Sorry, Barry. Couldn’t Resist; The Well-Rounded Relationship
Dear Dr. Hurd,
I’ve been living with my partner for 11 years, and we get along just fine. But I long for the little touches that made our early years so nice. She used to turn down the bed for me at night. She would slip a silly note into my lunch when I was going to work. She would get up for absolutely no reason and kiss me. She would send a nonsensical email about something we had laughed about and add a smiley face and an “I love you.” Though we still have a good time together, I feel sort of … well, taken for granted. In the words of Mr. Manilow, “I’m tryin’ to get that feelin’ again.”
Dr. Hurd replies,
It takes two to tango; and it takes two to trip and fall. Start by thinking about your role in this. I’m not blaming you, but I am suggesting that you start where you have the most power and control: Your own behaviors.
If you brought this topic up to your partner, odds are that she would feel the same way. Something, however subtle or subconscious, leads her to not do sweet things for you any longer. I assume she once did them because she felt what you had together was special. Maybe she now feels you’ve lost some interest as well.
I didn’t hear you mention the little things you do for her—or used to do, or perhaps still do. Are there things she liked that you have stopped doing? Each of you might feel like the other stopped first. It doesn’t matter who’s right; all that matters is reversing course. It’s also possible that she feels you never did these things for her. Maybe she wants some reciprocation. All sorts of misunderstandings are possible here. But it might not take much to get things back on track.
To further quote Barry, “I thought I’d done all that I could, just to keep the lovelight burnin’.” Have you done all that you could?
Dear Dr. Hurd,
My partner and I have been together for 17 years. I gained some weight over the last few years and our physical relationship became almost nonexistent. We are still very close; we cuddle and say nice things, and that was pretty much OK.
Eight months ago I joined a gym and lost the extra weight. Frankly, I’m feeling very good about myself. But this has not changed his behavior. Yes, we are still very close and all that, but I feel I deserve more now that I’m in the shape I was when we first met.
Additionally, there are several guys who have shown an interest in me physically. I am certainly attracted to them, and I want and need something to happen. I like being admired again, and I feel I deserve this. But I don’t want to live with the guilt of cheating. I feel silly and needy asking for sex after all these years. Should I get over myself and have a little fling just to give my new body a test-drive?
Dr. Hurd replies,
I don’t think you’d enjoy a fling if you had one. Yeah, maybe for the first hour or so, but then you’d have to conceal it. Deception is hard work and contaminates the fun. More than that, I think you’d feel guilty. If you didn’t have a conscience, you wouldn’t be writing me about this.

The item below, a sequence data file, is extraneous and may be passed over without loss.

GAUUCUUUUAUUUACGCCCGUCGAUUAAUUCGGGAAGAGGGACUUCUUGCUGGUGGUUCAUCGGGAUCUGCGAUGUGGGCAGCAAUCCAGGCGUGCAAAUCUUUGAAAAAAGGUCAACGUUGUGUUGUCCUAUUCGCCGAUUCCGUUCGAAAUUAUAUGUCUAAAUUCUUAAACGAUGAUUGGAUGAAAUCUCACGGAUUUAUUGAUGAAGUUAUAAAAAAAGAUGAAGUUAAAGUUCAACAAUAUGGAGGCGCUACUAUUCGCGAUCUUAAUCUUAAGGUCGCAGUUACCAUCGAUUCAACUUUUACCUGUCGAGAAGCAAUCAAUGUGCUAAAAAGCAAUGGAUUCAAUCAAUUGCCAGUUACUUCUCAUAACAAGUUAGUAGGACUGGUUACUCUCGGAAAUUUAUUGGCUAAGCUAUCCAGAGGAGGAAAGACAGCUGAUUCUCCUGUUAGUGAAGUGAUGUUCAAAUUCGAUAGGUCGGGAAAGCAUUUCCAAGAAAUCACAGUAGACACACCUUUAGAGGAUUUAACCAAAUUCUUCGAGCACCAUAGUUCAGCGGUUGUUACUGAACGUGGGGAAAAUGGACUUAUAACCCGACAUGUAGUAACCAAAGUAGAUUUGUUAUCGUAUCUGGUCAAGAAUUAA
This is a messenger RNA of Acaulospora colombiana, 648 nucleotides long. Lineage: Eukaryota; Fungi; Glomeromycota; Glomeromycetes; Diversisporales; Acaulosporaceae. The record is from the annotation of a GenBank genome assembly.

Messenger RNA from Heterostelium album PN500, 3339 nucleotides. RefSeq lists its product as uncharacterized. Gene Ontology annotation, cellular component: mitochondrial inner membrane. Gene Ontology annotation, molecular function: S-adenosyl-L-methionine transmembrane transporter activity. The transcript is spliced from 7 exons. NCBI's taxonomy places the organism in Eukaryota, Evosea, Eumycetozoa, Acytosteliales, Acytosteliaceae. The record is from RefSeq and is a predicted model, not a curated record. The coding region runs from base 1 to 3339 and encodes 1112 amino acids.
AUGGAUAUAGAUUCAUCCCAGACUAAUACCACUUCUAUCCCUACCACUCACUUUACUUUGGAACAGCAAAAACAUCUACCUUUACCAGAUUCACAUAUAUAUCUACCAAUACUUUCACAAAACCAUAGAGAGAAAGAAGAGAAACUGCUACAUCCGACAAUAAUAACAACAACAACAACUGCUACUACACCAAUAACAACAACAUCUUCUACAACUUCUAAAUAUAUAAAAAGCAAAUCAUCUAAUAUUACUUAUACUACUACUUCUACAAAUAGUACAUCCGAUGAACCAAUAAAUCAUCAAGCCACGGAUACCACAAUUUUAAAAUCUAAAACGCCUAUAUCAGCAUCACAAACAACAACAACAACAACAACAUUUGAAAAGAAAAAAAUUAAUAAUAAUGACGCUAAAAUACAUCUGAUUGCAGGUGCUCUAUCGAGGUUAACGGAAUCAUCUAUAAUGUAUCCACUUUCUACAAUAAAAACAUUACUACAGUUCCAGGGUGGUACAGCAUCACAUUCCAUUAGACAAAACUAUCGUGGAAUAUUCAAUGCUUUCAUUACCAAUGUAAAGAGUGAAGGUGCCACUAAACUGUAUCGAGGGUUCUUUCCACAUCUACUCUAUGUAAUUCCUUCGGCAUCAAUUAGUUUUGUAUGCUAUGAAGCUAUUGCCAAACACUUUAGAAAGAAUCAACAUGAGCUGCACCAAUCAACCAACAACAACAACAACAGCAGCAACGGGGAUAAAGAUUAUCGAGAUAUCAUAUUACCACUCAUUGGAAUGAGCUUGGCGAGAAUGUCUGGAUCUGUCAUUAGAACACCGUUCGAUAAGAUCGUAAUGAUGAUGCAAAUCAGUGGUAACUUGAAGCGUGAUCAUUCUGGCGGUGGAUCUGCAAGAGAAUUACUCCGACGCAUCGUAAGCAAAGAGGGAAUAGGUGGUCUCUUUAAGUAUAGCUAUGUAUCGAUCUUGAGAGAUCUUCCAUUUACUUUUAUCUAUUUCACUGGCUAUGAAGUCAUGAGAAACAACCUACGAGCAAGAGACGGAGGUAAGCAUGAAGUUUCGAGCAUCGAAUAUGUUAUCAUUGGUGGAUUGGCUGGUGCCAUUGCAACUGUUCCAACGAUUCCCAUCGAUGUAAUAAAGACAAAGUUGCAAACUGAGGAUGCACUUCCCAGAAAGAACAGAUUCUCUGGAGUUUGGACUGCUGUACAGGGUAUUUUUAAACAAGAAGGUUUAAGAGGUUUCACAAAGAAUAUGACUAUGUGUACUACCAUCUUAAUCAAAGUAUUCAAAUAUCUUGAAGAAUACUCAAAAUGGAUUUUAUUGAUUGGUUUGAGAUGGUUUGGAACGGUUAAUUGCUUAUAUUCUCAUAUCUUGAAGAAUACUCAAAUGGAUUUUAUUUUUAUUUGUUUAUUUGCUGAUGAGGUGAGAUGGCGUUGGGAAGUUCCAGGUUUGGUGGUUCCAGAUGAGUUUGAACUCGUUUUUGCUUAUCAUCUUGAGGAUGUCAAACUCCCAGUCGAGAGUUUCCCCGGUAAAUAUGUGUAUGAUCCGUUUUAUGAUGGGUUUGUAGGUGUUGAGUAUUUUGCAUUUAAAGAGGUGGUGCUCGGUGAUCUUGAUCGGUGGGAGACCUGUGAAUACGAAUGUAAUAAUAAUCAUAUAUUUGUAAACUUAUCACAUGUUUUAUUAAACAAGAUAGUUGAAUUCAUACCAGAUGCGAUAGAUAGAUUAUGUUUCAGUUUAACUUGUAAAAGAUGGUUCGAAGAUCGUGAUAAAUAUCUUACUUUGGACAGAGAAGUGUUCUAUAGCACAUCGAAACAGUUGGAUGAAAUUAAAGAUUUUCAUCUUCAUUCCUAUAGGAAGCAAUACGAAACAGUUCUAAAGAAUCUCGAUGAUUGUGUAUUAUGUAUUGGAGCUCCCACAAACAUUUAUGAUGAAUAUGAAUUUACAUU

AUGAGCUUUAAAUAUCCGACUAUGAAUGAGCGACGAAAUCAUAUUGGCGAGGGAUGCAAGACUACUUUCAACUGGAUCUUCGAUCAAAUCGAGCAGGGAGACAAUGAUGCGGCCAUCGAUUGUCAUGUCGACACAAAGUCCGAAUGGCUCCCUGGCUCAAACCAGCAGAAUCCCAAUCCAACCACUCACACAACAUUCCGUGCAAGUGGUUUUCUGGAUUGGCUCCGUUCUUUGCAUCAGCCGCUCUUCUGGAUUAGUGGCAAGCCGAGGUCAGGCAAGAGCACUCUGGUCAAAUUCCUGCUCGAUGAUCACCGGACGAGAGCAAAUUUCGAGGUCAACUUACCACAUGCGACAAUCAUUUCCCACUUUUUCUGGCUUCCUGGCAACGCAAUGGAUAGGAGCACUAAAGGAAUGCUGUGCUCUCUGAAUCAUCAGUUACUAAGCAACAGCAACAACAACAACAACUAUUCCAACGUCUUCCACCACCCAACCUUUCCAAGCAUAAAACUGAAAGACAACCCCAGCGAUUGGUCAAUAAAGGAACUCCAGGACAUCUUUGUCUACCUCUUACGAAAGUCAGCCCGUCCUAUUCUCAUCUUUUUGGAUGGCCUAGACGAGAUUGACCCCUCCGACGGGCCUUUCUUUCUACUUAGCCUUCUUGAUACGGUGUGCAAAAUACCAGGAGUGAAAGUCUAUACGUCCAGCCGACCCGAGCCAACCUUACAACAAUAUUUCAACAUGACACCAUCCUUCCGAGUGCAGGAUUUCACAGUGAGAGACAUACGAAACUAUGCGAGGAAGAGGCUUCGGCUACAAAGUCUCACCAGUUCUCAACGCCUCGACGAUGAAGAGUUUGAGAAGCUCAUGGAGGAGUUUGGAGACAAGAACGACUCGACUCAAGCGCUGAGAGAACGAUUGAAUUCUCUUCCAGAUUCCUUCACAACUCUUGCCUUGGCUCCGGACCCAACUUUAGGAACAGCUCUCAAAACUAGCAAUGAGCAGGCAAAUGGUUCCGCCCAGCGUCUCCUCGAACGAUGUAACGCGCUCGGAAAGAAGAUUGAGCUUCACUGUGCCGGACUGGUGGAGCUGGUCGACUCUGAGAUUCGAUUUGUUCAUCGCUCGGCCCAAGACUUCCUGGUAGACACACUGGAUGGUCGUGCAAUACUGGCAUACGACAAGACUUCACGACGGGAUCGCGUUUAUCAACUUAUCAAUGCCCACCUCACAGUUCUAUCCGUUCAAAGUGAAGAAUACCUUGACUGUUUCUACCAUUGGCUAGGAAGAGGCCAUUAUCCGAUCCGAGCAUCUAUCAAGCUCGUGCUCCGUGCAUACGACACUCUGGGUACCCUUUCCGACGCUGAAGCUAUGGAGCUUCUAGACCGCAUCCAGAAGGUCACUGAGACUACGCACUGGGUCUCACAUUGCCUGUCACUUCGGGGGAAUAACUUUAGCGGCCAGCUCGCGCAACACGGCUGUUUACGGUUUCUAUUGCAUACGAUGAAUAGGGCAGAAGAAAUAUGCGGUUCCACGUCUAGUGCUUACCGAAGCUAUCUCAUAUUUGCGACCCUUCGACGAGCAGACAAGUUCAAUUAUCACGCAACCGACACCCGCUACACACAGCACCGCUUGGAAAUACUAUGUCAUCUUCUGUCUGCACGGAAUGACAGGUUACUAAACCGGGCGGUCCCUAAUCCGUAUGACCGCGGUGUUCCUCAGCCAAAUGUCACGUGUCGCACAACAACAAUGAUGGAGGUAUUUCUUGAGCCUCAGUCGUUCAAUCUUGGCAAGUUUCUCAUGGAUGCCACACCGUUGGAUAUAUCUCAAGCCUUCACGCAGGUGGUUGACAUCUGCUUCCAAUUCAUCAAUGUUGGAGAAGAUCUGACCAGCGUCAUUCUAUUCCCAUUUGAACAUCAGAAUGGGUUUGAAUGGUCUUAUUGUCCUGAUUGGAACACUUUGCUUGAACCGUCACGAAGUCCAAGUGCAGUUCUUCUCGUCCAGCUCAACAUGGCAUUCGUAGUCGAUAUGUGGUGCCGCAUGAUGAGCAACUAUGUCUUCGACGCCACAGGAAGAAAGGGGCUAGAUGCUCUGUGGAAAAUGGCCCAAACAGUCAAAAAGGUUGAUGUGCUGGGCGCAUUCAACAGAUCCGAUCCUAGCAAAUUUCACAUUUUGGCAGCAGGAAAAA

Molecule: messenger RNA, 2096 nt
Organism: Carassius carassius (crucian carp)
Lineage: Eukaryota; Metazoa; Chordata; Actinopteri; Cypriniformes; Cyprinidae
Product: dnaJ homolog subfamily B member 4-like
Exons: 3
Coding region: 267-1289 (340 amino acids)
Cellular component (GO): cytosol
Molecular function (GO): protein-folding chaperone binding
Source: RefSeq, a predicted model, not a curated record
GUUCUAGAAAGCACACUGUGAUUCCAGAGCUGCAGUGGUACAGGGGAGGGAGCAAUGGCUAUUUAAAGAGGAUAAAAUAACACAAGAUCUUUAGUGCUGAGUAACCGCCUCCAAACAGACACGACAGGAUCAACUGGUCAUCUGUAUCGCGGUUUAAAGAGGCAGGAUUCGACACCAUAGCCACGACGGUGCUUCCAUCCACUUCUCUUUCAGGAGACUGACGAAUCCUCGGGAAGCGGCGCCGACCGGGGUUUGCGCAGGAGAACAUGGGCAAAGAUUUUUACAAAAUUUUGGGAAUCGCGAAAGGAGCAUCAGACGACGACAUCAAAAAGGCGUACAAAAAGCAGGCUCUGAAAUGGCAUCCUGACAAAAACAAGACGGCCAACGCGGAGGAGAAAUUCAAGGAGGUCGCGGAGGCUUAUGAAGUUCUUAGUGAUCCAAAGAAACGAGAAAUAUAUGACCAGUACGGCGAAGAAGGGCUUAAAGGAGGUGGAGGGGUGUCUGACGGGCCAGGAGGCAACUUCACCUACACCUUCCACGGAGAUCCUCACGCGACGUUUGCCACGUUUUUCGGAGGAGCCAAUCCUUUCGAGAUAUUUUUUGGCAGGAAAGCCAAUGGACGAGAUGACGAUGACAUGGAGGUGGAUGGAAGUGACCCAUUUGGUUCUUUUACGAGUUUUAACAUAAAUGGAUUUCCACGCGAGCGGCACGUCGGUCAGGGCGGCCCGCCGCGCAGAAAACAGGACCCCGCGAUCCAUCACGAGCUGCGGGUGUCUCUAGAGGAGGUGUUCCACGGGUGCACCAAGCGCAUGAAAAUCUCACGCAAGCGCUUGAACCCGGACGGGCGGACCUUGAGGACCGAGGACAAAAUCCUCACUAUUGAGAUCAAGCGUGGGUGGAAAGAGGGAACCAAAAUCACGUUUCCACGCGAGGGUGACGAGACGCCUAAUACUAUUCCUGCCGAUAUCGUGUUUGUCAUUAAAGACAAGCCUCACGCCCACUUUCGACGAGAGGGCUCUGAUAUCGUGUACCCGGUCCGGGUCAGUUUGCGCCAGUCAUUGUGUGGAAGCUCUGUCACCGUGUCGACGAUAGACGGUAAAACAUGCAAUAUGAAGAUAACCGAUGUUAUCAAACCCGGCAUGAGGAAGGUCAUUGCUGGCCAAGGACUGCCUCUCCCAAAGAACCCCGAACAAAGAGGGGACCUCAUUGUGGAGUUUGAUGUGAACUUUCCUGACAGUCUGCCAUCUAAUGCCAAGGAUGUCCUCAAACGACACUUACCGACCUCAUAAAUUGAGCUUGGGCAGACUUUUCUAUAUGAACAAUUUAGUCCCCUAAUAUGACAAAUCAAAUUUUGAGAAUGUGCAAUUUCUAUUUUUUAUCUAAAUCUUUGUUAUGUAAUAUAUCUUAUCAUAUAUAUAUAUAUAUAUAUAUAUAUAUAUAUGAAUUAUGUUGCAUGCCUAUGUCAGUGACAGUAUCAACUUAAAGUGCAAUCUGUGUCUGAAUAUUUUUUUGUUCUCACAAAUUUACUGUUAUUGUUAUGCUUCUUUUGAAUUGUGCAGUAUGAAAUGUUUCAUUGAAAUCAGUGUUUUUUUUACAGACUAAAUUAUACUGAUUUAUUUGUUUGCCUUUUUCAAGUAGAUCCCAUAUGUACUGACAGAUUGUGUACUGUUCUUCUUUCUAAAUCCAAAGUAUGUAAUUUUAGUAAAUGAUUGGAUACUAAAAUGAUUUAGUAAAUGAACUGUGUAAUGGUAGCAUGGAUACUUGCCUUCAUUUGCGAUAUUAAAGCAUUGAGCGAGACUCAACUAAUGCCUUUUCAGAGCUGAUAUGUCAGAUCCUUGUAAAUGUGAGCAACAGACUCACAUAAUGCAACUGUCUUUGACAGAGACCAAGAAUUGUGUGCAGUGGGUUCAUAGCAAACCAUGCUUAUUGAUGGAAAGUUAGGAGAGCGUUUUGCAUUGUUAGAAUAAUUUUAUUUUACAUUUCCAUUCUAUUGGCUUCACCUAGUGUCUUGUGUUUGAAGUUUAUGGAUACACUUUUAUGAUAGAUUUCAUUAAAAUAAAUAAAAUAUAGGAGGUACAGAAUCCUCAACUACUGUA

Worse yet, an affair would weaken your position. When your partner finds out (not inevitable, but certainly likely), then you’d be on the defensive. Your otherwise valid point that you missed having a sex life would be lost in the flurry of recrimination and hurt feelings. And then you’d have no answer to his perfectly reasonable question, “Why didn’t you at least say something to me?”
People don’t like to be honest about these things. You’ll rarely hear, “I miss having sex. I’d love to have sex with you. But if you’re not interested, in all honesty I might look elsewhere to fulfill that need.” Ouch! That would be an unsettling thing to encounter. I’m not suggesting you put it that bluntly, but why not be honest about something so important? You might consider some counseling, but most likely he’ll want to know why you want to do that.
I realize that talking with your partner honestly will stir up the status quo. But what’s so bad about that? You don’t like the status quo! He does, or at least he’s comfortable with it.
Sometimes we get into comfort zones and we stop growing. Life isn’t static, and change isn’t just necessary; it’s part of living.
Think about it from your partner’s point-of-view, and imagine if he knew you were asking me if it’s wise to have an affair. You’ve already reached a point where the status quo is about to blow up. This is true whether or not you go on pretending that’s not the case. Compared to that scenario, having a frank discussion about your feelings and needs seems like a pretty mild alternative.
Michael J. Hurd, Ph.D., LCSW is a psychotherapist and author. His office may be reached at 302-227-2829. Email Dr. Hurd